Monday, April 02, 2007

Coosawattee Native American Powwow and Gathering May 5-6, 2007; fundraiser to buy 'Trail of Tears' Indian burial grounds found by Masonic brother

Saturday and Sunday, May 5 and 6, 2007 will find the first annual Coosawattee Native American Powwow and Gathering being held at Lions' Club Park in Ellijay, Georgia.

Two of the people behind this event are not only very good friends of mine; they are also lodge brothers.

Bro. Fulton Arrington and Bro. Thurman (T.A.) Wilson are members of Pickens Star Lodge No. 220, F. & A.M. They are also mixed-blood Cherokees.

Bro. Wilson was born in this area, and as a boy listened to his grandmother tell of the dark days when Native Americans were rounded up by the U.S. Army and forced to walk the "Trail of Tears." His grandmother told him that somewhere in this area was a burial ground of an unknown number of Native Americans who died while being held at Fort Talking Rock (also known as Fort Newman). No one knew exactly where the fort or the burial ground were, but young Thurman promised his grandmother he would find it.

Fort Talking Rock was a holding site for Indians as they were being gathered for the forced migration to Oklahoma. The Old Federal Road winds from Jasper, Ga., into Dalton, Ga., and on into Tennessee before turning due west.

After scouting the area for several years and talking and meeting with Native Americans in Oklahoma and North Carolina Bro. Wilson, now 75, located the burial ground in 1998 near Blaine, Ga. [map], and despite his advancing years, with the help of a few people and small financial donations from Pickens Star Lodge No. 220, and Blaine Lodge No. 534 (of which he and I are both honorary members), cleared the land. He has, some years almost single-handedly, kept the graveyard cleared, mowed, etc., ever since.

In 2005, several Native Americans from around the nation heard about the site, and on Saturday, May 29, a gathering was held to remember those who had lost their lives during the forced exodus of 1838-1839.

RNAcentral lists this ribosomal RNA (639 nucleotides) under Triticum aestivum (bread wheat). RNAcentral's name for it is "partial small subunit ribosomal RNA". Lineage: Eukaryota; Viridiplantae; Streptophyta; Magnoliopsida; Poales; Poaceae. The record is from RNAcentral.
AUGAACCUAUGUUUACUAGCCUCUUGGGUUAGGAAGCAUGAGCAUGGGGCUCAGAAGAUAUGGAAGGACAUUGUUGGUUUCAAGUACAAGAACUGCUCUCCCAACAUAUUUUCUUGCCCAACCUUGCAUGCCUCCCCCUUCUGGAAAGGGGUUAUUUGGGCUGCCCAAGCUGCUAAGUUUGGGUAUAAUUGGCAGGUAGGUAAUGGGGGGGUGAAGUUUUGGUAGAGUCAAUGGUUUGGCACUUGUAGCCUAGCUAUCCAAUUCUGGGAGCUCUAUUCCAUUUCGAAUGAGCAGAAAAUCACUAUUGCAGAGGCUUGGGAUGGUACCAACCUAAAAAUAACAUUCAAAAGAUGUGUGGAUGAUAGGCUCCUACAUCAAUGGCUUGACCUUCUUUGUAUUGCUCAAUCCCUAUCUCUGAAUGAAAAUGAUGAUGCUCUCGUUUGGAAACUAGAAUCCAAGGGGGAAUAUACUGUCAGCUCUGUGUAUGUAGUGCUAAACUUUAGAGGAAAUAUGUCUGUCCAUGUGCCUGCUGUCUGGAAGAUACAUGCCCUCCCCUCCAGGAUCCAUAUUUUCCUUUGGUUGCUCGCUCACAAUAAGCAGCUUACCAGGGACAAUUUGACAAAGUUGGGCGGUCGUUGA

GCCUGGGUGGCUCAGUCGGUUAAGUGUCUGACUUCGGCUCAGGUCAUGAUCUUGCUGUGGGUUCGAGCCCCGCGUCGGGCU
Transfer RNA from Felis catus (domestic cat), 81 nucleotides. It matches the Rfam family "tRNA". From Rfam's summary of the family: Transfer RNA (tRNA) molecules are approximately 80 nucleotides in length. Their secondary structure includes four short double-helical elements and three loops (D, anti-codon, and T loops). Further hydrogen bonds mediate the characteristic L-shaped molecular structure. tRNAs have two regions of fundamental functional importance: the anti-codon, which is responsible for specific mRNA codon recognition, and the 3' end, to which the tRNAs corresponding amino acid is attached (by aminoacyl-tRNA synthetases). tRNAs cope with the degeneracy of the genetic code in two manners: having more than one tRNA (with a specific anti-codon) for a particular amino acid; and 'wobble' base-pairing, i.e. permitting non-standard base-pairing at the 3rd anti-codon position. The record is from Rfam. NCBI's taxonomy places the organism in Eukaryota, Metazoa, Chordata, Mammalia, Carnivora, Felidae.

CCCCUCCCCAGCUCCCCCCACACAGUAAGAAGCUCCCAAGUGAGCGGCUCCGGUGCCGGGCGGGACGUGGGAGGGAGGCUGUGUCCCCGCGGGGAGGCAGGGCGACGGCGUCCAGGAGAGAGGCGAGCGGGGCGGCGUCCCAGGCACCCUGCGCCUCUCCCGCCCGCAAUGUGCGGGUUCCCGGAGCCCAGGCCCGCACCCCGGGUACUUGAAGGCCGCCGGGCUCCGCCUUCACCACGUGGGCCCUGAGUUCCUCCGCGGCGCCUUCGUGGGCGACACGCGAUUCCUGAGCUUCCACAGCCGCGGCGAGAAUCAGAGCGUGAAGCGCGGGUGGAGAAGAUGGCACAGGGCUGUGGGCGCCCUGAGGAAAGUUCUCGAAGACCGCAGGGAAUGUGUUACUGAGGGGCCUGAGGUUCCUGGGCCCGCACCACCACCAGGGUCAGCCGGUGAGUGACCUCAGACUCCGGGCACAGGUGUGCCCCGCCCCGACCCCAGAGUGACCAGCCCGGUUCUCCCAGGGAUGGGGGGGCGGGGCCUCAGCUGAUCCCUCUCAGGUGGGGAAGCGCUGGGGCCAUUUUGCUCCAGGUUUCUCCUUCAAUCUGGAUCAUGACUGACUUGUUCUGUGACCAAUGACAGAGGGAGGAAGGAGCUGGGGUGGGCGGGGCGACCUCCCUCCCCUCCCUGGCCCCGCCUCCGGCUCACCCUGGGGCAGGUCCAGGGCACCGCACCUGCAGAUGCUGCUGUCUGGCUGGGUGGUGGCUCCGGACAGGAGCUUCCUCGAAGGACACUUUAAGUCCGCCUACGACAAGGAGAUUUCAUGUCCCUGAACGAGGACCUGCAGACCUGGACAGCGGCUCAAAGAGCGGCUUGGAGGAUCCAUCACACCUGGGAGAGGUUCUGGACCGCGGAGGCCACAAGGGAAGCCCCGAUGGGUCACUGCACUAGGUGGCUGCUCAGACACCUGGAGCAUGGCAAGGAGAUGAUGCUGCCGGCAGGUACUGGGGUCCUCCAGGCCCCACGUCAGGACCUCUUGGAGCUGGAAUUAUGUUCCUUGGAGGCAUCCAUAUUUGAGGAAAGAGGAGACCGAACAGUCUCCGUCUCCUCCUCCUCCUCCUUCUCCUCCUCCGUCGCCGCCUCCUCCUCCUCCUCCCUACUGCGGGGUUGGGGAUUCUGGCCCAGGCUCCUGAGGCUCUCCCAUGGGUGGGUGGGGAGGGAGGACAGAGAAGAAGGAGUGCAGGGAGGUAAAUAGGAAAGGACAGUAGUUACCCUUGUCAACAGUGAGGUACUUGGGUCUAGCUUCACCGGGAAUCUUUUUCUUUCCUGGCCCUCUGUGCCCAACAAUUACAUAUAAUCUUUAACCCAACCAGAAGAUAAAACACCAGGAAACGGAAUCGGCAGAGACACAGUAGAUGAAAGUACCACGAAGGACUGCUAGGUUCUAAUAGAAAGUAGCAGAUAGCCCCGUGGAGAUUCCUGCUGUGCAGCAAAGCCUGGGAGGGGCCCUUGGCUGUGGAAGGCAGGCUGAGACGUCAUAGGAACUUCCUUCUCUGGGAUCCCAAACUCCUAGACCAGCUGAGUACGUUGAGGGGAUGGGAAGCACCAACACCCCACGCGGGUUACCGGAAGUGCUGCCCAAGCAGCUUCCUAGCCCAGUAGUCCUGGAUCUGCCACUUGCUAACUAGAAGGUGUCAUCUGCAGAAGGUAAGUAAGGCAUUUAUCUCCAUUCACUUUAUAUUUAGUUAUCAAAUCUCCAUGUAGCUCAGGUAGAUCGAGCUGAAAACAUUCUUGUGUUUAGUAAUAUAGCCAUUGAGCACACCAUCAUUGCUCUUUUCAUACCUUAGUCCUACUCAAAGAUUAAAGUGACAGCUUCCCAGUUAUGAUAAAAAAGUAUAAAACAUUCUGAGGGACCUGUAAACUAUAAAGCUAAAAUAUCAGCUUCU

A similar event was held in 2006, attracting about 100 Native Americans and others from all over the country. The cemetery is on land very near the parcel that the Blaine Lodge building sits on. The area in between has been turned into a park of sorts, with rough hewn log benches and a firepit, built again mostly by Bro. Wilson. During both years, pot-luck lunches were served, utilizing the dining hall of the lodge.

Discussions with the state over making the cemetery a protected area continue, but meanwhile, difficulties have arisen over ownership of the land.

This year a much larger than usual crowd is expected, and the organizers have moved the event 10 miles up the road to the Ellijay Lions' Club Fairgrounds and Park.

In 2006 the Fort Talking Rock Cherokee Memorial Cemetery Trust, a 501c13 nonprofit charitable organization was formed to raise funds to purchase the cemetery land and to maintain this priceless landmark for future generations.

This year's Coosawattee Native American Powwow and Gathering on May 5-6 will feature Native American musicians, booths and vendors, drumming, dancing and much more. The park is on Old Highway 5, just west of the four-lane Highway 515, just south of Ellijay [map].